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In 2007, Hudson was shot and killed in his Louisville apartment. Detective Roberts sought DNA testing for items at the murder scene. DNA on a hat came back “consistent with a mixture” from Lester, Baker, and an unknown person. Lester and Baker had been implicated by a witness. The case went cold. In 2012, Roberts interviewed Sullivan, an inmate who had contacted the police years before about the murder. Sullivan had dated Hudson and had been friends with Jasmine (the woman living with Baker,). She stated that Jasmine had told her that Baker killed Hudson “over money.” Roberts then interviewed Jasmine, who stated that, on the day of the murder, she, Baker, and “Desean” went to Hudson’s apartment. The men emerged from the apartment with bandanas covering their faces. Baker confessed that he murdered Hudson. Jasmine could not recall “Desean’s” last name and pronounced his first name differently from how Lester pronounces it. She identified Lester’s photo array picture as “Desean.”At trial, Jasmine distanced herself from her identification of Lester. The jury acquitted Lester. Baker was convicted after a second trial. Lester had spent 20 months in jail and three months in home confinement. After his acquittal, he sued Roberts and the Louisville Metro Government.The Sixth Circuit affirmed the summary-judgment rejection of malicious-prosecution claims against Roberts. The Fourth Amendment and Kentucky law required only probable cause for Lester’s pretrial detention and prosecution. Jasmine’s earlier identification of Lester, combined with corroborating evidence like DNA, met that standard. View "Lester v. Roberts" on Justia Law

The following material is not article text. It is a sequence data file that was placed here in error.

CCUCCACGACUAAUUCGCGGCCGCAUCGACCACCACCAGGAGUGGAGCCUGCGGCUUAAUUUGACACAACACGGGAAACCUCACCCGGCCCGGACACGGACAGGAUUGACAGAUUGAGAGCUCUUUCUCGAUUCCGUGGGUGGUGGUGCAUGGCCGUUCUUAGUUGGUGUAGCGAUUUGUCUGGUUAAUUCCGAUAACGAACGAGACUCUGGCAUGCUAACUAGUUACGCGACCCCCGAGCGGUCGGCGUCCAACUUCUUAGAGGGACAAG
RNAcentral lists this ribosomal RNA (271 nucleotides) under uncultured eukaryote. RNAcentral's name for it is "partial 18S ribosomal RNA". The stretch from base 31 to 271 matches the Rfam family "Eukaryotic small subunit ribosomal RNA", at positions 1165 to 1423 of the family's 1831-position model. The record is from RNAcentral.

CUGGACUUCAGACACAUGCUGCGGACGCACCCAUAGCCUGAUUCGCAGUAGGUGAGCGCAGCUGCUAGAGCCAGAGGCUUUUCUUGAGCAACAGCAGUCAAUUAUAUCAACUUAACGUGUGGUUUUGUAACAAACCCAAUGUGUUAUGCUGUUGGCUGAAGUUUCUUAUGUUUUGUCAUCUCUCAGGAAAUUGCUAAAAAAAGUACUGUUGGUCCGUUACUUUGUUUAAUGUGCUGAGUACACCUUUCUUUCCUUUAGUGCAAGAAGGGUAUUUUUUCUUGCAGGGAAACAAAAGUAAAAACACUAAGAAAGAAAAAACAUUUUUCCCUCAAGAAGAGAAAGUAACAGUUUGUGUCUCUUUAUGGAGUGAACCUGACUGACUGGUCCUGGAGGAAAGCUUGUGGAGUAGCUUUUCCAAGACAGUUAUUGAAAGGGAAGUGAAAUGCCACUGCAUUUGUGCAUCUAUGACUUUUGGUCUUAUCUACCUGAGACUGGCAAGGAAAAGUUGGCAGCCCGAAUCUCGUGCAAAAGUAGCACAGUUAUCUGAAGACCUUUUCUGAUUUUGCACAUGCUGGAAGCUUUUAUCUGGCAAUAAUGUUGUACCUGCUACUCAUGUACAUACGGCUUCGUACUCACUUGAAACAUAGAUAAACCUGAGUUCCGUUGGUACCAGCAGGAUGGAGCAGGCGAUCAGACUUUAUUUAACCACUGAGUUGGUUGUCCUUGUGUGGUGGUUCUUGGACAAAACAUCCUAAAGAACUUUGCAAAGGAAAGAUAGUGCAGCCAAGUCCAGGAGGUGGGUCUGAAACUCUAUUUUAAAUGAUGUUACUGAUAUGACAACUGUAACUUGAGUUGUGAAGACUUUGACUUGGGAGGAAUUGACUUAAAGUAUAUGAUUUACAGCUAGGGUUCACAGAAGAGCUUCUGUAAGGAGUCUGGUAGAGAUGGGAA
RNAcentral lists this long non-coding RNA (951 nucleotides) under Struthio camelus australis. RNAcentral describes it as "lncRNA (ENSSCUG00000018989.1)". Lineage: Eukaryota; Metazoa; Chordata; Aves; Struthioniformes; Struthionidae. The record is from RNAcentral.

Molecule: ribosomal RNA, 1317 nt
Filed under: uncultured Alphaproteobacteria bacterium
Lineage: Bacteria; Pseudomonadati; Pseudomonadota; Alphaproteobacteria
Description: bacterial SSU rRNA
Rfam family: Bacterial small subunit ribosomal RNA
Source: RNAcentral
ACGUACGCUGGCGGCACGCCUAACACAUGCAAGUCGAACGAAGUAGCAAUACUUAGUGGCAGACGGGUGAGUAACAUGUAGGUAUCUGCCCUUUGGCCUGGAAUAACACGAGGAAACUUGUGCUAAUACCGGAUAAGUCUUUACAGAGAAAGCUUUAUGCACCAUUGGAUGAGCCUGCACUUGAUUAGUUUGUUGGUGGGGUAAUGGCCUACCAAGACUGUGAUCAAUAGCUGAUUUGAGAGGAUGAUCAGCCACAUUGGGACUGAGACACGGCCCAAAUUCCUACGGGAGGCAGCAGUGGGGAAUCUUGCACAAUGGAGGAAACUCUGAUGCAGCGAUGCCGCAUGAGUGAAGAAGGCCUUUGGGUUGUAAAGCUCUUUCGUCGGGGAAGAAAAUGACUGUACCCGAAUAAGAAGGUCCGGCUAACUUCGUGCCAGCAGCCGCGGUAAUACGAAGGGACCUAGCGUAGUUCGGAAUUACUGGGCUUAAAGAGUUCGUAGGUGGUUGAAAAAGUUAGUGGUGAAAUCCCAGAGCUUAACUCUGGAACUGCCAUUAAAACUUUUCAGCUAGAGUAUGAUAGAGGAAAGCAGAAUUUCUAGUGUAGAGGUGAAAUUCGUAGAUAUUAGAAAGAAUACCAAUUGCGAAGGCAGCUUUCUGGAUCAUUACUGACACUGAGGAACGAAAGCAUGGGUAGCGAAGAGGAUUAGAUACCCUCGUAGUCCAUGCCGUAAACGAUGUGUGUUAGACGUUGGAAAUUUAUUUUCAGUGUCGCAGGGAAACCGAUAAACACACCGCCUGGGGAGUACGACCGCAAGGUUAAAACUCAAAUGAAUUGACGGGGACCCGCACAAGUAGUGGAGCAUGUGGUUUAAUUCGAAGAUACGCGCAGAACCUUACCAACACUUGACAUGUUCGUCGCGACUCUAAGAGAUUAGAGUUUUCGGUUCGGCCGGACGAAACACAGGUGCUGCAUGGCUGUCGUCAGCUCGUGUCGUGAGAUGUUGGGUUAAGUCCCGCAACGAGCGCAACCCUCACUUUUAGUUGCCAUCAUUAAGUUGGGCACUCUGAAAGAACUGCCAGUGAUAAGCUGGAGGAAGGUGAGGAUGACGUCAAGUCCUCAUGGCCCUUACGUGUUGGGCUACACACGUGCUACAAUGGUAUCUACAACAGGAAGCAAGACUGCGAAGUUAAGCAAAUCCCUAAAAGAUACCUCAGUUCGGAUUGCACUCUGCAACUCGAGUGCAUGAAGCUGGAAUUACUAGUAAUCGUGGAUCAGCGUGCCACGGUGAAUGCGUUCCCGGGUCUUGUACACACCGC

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Bracey was convicted of murder in 1995. The prosecution relied heavily on the testimony of Plummer, an alleged eyewitness, and Bell, who claimed Bracey had confessed to him. At trial, both acknowledged that they had received favorable plea agreements in exchange for their testimony. Bracey's appeal and state habeas petitions were unsuccessful. In 2010, Bracey learned the Commonwealth had disclosed only some of the cases that were pending against Plummer and Bell. State courts rejected Bracey's petition under Pennsylvania’s Post Conviction Relief Act as time-barred; the factual basis of the claim could have “been ascertained [earlier] by the exercise of due diligence.” The district court dismissed Bracey's 2011 federal habeas petition as untimely under 28 U.S.C. 2244(d)(1)(D), reasoning that the plea agreements were public records; Brace filed his petition more than one year after the “factual predicate” for his Brady claim “could have been discovered through the exercise of due diligence.” The Third Circuit denied review.Three years later, the circuit held (Dennis) that a defendant has no burden to “scavenge for hints of undisclosed Brady material” even if the material part could be found in public records. The prosecution’s “duty to disclose under Brady is absolute.” Bracey moved for reconsideration under Rule 60(b). The Third Circuit vacated a summary denial. Dennis effected a material change in Circuit law. A defendant can reasonably expect—and is entitled to presume—that the government fulfilled its Brady obligations because the prosecution’s duty to disclose in no way hinges on defense efforts. View "Bracey v. Superintendent Rockview SCI" on Justia Law